Writer is an AI-powered tool for checking and guiding content creators in organizations where voice and branding are essential. Its new feature CoWrite does that writing itself — but don’t worry, this isn’t quite the content apocalypse we’ve been worried about.
CoWrite is the latest in a new wave of tools that use large language models like GPT-3, but modify them using “fine tuning,” a common phrase but with a special meaning in the machine learning world. Basically it means giving the big, general model a specific set of content to imitate more closely than the rest of the language it understands — a bit like telling an image creation model to make a picture in a certain style by feeding it examples.
Writer’s tools already do this to a certain extent, ingesting style guides and other data to provide a live style-check service: “use this preferred word instead of that,” or “use active voice in headlines,” depending on what your organization likes.
But as founder and CEO May Habib explained, organizations with a strong brand presence are finding themselves underwater.
“The number of channels that they have to be present in continuously is just exploding. No matter how big a team is, they can’t keep up,” she said.
Writer’s solution is to use a fine-tuned GPT-3 model to straight-up generate the content in question, but with the understanding that it’s very much human-in-the-loop. Though Habib prefers the term “content automation” over “generated content,” since the latter has something of a negative connotation.
“The most important stuff is being done by people,” she emphasized. “When you put together a newsletter, half of it is drudgery, right? This is about freeing those people up to do the most creative part of their jobs, the campaigns, the strategy to win eyeballs, by operationalizing the things that work. This is for established, sophisticated content teams trying to do more.”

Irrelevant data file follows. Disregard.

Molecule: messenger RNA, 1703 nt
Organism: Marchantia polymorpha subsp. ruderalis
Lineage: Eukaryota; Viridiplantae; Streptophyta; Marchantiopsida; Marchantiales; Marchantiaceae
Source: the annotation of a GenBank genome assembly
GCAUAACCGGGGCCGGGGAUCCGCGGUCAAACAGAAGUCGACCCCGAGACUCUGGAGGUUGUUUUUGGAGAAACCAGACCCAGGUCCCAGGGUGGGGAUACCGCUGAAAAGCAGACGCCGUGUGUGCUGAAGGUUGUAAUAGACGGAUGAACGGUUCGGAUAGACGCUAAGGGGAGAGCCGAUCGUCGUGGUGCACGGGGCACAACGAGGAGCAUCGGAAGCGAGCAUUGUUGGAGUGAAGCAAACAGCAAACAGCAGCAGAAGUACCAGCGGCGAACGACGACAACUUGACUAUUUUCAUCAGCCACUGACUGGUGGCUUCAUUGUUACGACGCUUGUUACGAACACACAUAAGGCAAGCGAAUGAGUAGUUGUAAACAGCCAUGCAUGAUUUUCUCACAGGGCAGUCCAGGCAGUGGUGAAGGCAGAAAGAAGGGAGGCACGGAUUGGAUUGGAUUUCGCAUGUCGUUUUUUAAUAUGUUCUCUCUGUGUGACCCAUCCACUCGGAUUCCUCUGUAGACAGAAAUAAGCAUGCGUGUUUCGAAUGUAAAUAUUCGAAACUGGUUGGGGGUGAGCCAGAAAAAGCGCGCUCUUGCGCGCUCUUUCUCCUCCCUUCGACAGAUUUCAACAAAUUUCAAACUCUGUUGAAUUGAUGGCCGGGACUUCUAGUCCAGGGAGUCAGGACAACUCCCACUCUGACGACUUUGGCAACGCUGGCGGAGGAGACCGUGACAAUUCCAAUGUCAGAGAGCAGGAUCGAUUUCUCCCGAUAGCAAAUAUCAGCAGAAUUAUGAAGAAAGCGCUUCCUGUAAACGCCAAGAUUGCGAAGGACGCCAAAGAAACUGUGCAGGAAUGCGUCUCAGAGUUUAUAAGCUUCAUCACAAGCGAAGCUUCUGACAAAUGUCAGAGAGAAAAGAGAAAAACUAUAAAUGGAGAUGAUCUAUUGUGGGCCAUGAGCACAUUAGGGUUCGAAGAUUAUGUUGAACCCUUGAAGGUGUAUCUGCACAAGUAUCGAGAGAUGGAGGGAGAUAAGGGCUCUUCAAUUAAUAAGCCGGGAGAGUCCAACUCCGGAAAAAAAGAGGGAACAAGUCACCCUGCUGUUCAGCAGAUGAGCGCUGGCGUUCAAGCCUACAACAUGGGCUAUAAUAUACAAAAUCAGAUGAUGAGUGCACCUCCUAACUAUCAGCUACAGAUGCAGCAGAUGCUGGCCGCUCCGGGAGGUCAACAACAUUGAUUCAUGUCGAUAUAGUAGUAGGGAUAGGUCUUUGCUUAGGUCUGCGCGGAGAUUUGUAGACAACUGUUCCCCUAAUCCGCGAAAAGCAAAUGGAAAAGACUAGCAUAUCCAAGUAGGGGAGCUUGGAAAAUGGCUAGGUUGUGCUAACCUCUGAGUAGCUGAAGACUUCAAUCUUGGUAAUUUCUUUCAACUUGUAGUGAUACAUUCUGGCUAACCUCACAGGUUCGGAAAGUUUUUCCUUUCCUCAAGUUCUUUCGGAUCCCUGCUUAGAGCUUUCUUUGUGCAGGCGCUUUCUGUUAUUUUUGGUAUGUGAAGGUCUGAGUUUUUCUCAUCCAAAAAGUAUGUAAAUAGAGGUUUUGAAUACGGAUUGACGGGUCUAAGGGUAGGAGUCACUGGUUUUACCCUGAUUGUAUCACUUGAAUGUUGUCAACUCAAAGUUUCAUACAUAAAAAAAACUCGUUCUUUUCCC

I wouldn’t know about the newsletter since I leave that particular drudgery to my colleagues, but it’s true that there’s a lot of rote work in any writing that can be minimized if you’re working from an existing framework. Even a rough outline helps, but the problem is that someone has to make the outline — drudgery again.
CoWrite isn’t meant to just blast out final copy, though GPT-3 with a bit of tuning could probably do that, depending on your expectations. In this case it’s more about producing a plausible blog post or newsletter that a content team can look at and say “something along these lines, but you actually wrote it.”
There are others working in this space — actually, it might be more accurate to say nearly every large company working in large language models is at least looking into it. But Habib said that it’s not just about having the capability, but integrating it with existing workflows at companies where content is a major factor.
“Most people that we talk to have access to the GPT-3 API, so they aren’t hearing about it for the first time. They’ve played with calls to the models themselves,” she said. “The difference for Writer is, this is an application meant for content people; it’s integrated with their style guide, taking their brand guidelines, branding tools, taxonomy. The interface is there already: We’re talking about three clicks from training headlines to generating them. There’s no one doing that right now.”
While this may bring to mind the “shitty dystopian ad-filled future” we all fear from language generators run amok, Habib believes that is closer to the early days of robotic process automation. The most likely outcome, as with automation at large, is that the “dirty, dangerous and dull” jobs will be left behind, which in the content world is stuff like doing a bullet outline for the weekly newsletter — dangerous, no, but certainly dull.
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